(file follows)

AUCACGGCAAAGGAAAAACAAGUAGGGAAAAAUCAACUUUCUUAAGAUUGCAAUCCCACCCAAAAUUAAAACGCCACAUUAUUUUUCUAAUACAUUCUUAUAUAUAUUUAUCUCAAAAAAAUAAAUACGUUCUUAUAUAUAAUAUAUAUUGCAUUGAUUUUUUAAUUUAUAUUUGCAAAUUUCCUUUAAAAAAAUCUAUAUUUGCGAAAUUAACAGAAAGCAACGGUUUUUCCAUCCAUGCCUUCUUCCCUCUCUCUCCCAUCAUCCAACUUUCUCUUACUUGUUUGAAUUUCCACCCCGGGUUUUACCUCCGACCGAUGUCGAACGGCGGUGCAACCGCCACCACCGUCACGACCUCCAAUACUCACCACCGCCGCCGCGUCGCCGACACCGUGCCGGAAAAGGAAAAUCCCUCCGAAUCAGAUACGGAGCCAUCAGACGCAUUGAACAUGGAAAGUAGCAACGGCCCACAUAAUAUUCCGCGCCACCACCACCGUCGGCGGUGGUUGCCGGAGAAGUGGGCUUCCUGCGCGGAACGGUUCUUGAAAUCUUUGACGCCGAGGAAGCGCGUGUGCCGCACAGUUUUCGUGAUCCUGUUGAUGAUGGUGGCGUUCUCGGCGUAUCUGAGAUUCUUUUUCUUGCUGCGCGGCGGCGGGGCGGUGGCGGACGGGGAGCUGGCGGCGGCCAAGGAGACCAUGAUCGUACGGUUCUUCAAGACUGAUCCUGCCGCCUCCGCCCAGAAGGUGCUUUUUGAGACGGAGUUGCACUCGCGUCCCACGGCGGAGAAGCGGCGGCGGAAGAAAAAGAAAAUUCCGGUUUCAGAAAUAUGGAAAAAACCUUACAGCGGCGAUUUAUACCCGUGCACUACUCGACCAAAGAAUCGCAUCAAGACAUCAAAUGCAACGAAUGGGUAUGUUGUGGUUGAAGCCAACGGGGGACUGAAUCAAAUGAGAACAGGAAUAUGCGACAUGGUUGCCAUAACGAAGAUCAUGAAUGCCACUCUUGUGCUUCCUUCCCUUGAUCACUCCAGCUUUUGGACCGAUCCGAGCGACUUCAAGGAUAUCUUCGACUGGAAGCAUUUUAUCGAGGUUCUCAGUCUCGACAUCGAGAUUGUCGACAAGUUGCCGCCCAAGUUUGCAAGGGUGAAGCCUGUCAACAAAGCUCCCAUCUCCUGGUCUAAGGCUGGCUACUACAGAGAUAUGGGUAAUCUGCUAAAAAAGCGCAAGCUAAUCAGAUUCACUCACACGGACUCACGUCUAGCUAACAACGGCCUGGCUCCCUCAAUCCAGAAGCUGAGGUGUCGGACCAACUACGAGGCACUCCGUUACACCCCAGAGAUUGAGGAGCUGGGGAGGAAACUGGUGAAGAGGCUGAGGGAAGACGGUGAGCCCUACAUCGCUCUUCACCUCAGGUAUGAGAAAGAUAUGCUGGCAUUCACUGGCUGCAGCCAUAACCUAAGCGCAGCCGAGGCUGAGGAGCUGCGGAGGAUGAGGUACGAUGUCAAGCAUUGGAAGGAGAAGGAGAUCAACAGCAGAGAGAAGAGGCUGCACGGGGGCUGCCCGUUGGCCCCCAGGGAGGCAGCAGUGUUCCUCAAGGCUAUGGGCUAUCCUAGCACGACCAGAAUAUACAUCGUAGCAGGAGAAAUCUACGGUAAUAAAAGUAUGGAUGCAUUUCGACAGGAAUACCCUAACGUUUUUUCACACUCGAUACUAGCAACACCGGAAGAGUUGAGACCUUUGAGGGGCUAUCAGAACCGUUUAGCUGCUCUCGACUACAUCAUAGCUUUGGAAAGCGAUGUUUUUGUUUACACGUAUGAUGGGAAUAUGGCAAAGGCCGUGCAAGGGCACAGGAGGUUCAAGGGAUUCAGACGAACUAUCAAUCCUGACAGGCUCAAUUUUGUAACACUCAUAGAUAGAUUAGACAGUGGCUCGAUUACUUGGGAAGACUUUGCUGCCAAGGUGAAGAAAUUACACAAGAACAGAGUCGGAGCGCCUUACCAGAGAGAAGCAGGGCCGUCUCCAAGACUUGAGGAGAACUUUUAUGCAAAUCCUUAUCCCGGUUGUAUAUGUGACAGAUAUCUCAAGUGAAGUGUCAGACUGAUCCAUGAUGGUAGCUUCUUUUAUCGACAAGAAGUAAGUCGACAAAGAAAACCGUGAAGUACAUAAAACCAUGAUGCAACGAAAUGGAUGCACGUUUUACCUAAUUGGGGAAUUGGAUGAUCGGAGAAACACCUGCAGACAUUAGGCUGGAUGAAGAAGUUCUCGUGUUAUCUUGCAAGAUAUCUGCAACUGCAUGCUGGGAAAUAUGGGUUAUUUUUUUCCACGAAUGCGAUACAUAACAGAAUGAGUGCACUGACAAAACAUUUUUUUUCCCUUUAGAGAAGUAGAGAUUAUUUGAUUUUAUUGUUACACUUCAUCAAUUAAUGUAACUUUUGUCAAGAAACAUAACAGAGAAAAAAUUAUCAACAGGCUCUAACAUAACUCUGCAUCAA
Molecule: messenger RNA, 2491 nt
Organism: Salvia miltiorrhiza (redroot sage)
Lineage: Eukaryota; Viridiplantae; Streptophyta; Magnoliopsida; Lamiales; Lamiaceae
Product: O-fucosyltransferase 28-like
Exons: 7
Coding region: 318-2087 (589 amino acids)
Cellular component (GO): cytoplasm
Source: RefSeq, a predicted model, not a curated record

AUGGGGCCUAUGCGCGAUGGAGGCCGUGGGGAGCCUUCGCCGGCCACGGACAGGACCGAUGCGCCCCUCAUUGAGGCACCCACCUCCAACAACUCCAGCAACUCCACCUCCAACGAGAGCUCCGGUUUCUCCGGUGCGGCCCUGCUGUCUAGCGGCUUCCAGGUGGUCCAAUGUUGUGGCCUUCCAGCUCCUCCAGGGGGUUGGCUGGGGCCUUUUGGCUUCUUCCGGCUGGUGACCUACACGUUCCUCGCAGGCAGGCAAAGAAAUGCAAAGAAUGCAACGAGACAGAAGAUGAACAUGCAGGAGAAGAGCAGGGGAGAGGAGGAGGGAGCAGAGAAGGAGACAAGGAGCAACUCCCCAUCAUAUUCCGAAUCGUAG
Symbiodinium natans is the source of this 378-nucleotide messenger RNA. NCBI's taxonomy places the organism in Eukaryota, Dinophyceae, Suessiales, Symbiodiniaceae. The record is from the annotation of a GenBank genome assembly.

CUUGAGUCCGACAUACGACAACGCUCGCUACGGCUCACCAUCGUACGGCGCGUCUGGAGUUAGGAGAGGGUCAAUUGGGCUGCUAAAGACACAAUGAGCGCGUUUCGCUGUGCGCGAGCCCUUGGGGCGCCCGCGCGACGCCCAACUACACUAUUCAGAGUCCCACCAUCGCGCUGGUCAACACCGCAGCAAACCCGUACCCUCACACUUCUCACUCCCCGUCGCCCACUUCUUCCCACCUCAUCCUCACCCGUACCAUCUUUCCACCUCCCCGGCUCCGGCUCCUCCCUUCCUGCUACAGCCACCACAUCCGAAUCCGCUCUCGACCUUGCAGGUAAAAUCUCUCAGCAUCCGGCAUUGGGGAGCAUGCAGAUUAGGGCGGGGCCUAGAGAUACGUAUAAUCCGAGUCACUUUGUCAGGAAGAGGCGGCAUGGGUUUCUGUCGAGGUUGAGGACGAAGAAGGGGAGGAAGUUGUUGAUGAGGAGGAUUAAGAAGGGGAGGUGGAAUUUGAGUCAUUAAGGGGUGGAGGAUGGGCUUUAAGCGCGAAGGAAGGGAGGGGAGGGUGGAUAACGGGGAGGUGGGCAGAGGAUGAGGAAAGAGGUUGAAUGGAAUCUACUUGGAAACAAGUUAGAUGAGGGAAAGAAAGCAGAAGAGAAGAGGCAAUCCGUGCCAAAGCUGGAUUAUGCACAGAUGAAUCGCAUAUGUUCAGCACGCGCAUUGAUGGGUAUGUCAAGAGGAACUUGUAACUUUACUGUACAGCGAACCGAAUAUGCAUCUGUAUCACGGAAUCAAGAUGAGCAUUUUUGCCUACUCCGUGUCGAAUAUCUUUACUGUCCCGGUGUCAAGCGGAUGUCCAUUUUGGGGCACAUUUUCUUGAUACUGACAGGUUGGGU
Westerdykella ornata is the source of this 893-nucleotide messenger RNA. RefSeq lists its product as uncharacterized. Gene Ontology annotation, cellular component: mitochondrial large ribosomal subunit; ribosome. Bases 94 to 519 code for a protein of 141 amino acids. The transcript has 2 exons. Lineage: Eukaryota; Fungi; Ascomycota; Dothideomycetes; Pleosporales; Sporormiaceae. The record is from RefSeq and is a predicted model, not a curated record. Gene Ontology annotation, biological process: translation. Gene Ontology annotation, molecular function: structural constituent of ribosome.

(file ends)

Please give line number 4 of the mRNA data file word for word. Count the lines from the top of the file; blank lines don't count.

Lineage: Eukaryota; Viridiplantae; Streptophyta; Magnoliopsida; Lamiales; Lamiaceae